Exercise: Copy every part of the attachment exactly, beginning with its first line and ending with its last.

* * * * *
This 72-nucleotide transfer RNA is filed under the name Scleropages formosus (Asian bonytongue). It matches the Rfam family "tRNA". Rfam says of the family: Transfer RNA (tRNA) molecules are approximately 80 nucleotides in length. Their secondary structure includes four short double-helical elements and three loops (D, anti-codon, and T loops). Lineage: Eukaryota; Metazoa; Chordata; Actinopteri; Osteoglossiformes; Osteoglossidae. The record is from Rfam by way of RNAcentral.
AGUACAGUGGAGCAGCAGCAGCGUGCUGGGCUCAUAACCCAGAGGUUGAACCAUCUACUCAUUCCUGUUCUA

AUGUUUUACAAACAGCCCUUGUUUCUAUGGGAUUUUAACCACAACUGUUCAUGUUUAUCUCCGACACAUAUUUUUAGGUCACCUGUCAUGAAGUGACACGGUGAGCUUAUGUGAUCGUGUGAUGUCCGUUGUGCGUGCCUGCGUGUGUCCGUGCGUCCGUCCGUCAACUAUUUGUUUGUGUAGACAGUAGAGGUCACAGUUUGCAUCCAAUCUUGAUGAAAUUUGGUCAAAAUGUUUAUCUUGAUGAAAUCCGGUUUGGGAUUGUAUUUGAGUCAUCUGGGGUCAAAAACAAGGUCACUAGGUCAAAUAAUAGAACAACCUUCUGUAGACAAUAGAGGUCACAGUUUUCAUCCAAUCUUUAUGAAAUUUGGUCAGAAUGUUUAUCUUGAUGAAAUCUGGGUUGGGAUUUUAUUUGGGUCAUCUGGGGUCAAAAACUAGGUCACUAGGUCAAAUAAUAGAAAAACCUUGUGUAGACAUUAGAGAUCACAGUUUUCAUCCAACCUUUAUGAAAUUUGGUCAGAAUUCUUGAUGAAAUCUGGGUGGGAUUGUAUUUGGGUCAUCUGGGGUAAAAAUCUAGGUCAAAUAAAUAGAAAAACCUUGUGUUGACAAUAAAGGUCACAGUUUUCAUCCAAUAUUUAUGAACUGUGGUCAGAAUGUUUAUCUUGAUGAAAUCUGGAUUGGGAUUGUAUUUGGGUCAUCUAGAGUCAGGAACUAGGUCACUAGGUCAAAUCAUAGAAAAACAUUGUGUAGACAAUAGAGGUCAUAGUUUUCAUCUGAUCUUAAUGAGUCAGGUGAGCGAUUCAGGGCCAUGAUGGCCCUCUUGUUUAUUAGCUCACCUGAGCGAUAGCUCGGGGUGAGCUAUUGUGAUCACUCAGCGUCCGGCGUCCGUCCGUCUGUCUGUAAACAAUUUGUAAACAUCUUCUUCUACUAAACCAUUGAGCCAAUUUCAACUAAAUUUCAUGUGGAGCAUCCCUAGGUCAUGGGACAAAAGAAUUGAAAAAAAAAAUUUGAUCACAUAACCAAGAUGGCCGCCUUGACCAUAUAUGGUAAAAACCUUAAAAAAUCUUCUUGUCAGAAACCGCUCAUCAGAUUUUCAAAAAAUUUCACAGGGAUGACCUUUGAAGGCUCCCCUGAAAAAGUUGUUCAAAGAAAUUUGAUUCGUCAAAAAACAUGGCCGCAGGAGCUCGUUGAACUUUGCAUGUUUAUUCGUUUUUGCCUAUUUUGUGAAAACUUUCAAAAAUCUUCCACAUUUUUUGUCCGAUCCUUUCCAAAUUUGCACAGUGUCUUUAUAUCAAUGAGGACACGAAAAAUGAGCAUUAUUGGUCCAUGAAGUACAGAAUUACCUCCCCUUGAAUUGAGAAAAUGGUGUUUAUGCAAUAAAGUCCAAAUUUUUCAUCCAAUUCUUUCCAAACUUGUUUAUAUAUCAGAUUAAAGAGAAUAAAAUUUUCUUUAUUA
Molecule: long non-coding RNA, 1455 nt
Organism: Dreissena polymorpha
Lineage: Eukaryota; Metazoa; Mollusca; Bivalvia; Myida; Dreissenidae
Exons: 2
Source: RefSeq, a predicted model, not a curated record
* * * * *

This 72-nucleotide transfer RNA is filed under the name Scleropages formosus (Asian bonytongue). It matches the Rfam family "tRNA". Rfam says of the family: Transfer RNA (tRNA) molecules are approximately 80 nucleotides in length. Their secondary structure includes four short double-helical elements and three loops (D, anti-codon, and T loops). Lineage: Eukaryota; Metazoa; Chordata; Actinopteri; Osteoglossiformes; Osteoglossidae. The record is from Rfam by way of RNAcentral.
AGUACAGUGGAGCAGCAGCAGCGUGCUGGGCUCAUAACCCAGAGGUUGAACCAUCUACUCAUUCCUGUUCUA

AUGUUUUACAAACAGCCCUUGUUUCUAUGGGAUUUUAACCACAACUGUUCAUGUUUAUCUCCGACACAUAUUUUUAGGUCACCUGUCAUGAAGUGACACGGUGAGCUUAUGUGAUCGUGUGAUGUCCGUUGUGCGUGCCUGCGUGUGUCCGUGCGUCCGUCCGUCAACUAUUUGUUUGUGUAGACAGUAGAGGUCACAGUUUGCAUCCAAUCUUGAUGAAAUUUGGUCAAAAUGUUUAUCUUGAUGAAAUCCGGUUUGGGAUUGUAUUUGAGUCAUCUGGGGUCAAAAACAAGGUCACUAGGUCAAAUAAUAGAACAACCUUCUGUAGACAAUAGAGGUCACAGUUUUCAUCCAAUCUUUAUGAAAUUUGGUCAGAAUGUUUAUCUUGAUGAAAUCUGGGUUGGGAUUUUAUUUGGGUCAUCUGGGGUCAAAAACUAGGUCACUAGGUCAAAUAAUAGAAAAACCUUGUGUAGACAUUAGAGAUCACAGUUUUCAUCCAACCUUUAUGAAAUUUGGUCAGAAUUCUUGAUGAAAUCUGGGUGGGAUUGUAUUUGGGUCAUCUGGGGUAAAAAUCUAGGUCAAAUAAAUAGAAAAACCUUGUGUUGACAAUAAAGGUCACAGUUUUCAUCCAAUAUUUAUGAACUGUGGUCAGAAUGUUUAUCUUGAUGAAAUCUGGAUUGGGAUUGUAUUUGGGUCAUCUAGAGUCAGGAACUAGGUCACUAGGUCAAAUCAUAGAAAAACAUUGUGUAGACAAUAGAGGUCAUAGUUUUCAUCUGAUCUUAAUGAGUCAGGUGAGCGAUUCAGGGCCAUGAUGGCCCUCUUGUUUAUUAGCUCACCUGAGCGAUAGCUCGGGGUGAGCUAUUGUGAUCACUCAGCGUCCGGCGUCCGUCCGUCUGUCUGUAAACAAUUUGUAAACAUCUUCUUCUACUAAACCAUUGAGCCAAUUUCAACUAAAUUUCAUGUGGAGCAUCCCUAGGUCAUGGGACAAAAGAAUUGAAAAAAAAAAUUUGAUCACAUAACCAAGAUGGCCGCCUUGACCAUAUAUGGUAAAAACCUUAAAAAAUCUUCUUGUCAGAAACCGCUCAUCAGAUUUUCAAAAAAUUUCACAGGGAUGACCUUUGAAGGCUCCCCUGAAAAAGUUGUUCAAAGAAAUUUGAUUCGUCAAAAAACAUGGCCGCAGGAGCUCGUUGAACUUUGCAUGUUUAUUCGUUUUUGCCUAUUUUGUGAAAACUUUCAAAAAUCUUCCACAUUUUUUGUCCGAUCCUUUCCAAAUUUGCACAGUGUCUUUAUAUCAAUGAGGACACGAAAAAUGAGCAUUAUUGGUCCAUGAAGUACAGAAUUACCUCCCCUUGAAUUGAGAAAAUGGUGUUUAUGCAAUAAAGUCCAAAUUUUUCAUCCAAUUCUUUCCAAACUUGUUUAUAUAUCAGAUUAAAGAGAAUAAAAUUUUCUUUAUUA
Molecule: long non-coding RNA, 1455 nt
Organism: Dreissena polymorpha
Lineage: Eukaryota; Metazoa; Mollusca; Bivalvia; Myida; Dreissenidae
Exons: 2
Source: RefSeq, a predicted model, not a curated record